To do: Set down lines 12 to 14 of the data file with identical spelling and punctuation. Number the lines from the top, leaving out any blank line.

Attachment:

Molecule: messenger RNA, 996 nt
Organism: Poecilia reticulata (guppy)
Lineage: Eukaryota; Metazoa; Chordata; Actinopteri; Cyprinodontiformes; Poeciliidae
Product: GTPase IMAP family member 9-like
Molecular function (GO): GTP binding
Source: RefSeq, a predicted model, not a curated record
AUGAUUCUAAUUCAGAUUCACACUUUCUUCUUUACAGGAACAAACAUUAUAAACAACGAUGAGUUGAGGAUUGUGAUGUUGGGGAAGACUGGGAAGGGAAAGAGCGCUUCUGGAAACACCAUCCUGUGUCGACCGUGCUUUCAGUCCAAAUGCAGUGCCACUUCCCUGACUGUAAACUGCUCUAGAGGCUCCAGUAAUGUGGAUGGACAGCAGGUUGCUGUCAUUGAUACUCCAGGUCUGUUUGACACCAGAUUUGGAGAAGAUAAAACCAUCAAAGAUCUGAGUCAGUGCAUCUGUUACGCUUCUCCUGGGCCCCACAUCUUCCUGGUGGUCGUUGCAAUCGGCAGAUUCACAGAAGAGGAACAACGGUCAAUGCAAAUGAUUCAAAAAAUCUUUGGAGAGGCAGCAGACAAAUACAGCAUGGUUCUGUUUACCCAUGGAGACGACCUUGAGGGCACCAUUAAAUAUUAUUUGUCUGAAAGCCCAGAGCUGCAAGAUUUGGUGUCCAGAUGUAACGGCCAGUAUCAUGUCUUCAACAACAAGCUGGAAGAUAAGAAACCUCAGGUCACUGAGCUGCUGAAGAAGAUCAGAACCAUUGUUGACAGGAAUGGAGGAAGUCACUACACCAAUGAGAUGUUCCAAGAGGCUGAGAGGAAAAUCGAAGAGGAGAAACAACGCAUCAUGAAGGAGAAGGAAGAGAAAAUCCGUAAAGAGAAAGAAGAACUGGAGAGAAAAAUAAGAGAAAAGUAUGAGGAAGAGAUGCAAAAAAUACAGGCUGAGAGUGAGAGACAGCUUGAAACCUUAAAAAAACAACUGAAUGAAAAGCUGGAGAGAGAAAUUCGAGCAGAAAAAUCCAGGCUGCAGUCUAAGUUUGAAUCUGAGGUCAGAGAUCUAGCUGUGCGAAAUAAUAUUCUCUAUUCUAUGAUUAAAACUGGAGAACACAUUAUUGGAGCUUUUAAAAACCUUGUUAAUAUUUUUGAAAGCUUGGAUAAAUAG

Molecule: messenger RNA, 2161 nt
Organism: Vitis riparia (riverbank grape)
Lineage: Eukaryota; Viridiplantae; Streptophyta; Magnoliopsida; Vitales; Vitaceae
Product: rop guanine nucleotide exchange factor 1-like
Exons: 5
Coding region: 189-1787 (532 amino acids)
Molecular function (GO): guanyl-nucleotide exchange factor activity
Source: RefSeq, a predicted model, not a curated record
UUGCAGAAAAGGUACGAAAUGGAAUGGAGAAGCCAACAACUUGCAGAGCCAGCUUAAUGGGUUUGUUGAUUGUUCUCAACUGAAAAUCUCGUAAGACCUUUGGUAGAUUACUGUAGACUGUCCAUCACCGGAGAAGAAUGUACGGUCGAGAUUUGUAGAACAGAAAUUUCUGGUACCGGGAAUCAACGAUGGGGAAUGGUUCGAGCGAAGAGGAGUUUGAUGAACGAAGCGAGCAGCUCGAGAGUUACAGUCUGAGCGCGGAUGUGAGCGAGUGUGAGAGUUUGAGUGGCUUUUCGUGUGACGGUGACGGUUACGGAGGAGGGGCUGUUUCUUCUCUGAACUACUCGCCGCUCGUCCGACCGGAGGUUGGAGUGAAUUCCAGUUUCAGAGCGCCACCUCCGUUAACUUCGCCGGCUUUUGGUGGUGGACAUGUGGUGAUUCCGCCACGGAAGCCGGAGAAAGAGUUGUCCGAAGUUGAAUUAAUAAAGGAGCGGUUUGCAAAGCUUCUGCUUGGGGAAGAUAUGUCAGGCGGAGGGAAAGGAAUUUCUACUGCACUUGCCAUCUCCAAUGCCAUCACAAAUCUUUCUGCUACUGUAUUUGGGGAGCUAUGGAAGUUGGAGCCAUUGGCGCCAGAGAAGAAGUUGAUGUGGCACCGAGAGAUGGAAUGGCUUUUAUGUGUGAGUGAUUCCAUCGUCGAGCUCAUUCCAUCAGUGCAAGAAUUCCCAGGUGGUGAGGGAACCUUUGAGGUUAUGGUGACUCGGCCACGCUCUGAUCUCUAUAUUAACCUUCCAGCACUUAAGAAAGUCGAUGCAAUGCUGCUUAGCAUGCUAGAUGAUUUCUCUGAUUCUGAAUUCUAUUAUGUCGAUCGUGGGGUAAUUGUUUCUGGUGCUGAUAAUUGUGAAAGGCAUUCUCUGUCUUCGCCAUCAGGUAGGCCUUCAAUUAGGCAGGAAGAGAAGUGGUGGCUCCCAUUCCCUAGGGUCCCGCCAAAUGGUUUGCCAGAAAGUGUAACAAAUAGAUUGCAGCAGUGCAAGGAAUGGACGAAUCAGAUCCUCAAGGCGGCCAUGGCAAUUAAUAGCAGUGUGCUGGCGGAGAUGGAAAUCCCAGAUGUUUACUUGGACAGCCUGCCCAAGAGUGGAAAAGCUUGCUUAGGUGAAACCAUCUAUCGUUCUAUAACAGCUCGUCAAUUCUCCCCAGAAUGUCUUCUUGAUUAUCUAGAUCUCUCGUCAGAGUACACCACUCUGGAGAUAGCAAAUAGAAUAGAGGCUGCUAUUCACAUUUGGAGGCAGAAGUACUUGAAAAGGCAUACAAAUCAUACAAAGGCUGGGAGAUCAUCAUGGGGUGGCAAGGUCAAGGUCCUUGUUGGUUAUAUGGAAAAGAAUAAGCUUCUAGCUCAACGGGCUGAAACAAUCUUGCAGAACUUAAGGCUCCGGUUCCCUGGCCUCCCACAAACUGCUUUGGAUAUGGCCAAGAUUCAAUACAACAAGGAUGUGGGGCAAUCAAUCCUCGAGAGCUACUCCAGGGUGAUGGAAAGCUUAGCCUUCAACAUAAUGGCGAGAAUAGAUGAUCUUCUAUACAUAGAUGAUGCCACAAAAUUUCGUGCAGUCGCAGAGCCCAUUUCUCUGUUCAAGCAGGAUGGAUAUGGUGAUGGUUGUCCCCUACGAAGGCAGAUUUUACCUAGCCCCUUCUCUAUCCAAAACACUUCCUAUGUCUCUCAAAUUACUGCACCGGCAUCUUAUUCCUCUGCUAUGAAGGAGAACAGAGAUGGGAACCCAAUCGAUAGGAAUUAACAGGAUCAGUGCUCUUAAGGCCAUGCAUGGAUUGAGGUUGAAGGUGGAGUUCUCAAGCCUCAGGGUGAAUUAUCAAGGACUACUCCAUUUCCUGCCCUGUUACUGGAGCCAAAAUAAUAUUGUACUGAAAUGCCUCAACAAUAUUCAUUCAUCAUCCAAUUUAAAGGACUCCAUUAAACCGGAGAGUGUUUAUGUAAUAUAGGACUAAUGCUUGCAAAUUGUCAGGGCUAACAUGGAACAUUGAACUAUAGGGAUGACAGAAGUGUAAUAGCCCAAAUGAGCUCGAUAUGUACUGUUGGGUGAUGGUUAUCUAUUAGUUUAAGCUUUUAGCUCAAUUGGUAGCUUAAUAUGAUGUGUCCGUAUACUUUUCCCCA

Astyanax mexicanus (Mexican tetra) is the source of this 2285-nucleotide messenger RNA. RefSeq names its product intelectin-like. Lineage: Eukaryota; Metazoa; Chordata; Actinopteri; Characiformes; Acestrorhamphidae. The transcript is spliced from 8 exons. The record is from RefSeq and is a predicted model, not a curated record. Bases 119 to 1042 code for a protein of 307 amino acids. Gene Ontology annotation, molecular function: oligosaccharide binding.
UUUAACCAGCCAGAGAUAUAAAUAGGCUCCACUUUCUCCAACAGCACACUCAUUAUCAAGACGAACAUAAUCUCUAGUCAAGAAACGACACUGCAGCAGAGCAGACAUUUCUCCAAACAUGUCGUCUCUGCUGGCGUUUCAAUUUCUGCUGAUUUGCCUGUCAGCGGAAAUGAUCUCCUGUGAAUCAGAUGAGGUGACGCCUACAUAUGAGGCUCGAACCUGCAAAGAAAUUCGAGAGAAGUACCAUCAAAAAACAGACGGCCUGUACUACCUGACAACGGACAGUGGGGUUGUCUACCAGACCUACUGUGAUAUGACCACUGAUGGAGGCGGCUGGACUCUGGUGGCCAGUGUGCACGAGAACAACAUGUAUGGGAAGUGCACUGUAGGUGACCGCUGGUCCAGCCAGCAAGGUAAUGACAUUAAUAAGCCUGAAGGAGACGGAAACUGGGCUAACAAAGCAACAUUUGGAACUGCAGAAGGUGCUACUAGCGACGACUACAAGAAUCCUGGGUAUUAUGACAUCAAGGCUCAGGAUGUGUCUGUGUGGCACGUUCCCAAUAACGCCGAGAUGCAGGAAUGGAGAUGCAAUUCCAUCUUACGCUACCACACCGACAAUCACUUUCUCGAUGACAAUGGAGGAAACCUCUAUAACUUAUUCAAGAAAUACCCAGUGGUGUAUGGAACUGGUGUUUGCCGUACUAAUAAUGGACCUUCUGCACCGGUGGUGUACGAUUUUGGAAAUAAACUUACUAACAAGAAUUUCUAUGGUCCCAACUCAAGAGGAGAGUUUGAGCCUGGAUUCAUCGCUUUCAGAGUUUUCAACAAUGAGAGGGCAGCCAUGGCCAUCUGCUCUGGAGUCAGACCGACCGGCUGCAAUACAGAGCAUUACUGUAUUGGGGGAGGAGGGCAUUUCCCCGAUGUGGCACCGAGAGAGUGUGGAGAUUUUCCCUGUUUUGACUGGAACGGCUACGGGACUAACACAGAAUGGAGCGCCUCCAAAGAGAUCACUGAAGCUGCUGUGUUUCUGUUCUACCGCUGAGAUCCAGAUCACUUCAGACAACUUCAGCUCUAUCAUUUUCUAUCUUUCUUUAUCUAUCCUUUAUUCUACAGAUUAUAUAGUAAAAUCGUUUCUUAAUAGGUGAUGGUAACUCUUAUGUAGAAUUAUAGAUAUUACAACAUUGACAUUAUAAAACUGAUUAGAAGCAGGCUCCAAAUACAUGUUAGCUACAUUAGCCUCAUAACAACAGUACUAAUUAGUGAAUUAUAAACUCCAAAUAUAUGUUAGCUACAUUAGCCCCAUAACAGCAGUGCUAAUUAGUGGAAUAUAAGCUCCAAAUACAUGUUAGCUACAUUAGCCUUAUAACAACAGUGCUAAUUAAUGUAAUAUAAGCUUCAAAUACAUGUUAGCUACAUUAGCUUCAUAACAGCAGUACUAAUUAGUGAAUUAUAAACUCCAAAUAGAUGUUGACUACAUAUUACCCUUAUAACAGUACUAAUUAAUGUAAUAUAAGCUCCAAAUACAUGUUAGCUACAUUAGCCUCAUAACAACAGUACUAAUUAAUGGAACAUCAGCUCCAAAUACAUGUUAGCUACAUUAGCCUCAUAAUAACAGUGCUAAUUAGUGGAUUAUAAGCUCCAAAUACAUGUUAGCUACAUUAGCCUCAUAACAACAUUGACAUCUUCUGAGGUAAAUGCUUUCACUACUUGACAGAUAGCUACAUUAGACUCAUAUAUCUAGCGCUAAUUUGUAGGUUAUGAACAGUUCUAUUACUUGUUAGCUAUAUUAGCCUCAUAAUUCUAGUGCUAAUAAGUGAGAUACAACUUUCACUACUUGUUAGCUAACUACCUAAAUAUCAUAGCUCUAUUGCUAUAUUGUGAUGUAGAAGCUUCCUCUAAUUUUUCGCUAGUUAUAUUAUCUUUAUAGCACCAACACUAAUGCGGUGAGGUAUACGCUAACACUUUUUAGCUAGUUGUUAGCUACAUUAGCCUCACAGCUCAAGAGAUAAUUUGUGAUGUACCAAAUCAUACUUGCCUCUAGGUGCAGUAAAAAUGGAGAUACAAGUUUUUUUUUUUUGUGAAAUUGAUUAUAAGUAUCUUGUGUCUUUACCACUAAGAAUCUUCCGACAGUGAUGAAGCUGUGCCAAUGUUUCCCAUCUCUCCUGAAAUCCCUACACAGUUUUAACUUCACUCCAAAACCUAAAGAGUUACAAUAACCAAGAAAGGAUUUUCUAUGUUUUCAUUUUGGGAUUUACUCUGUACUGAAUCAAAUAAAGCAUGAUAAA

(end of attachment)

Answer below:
Exons: 5
Coding region: 189-1787 (532 amino acids)
Molecular function (GO): guanyl-nucleotide exchange factor activity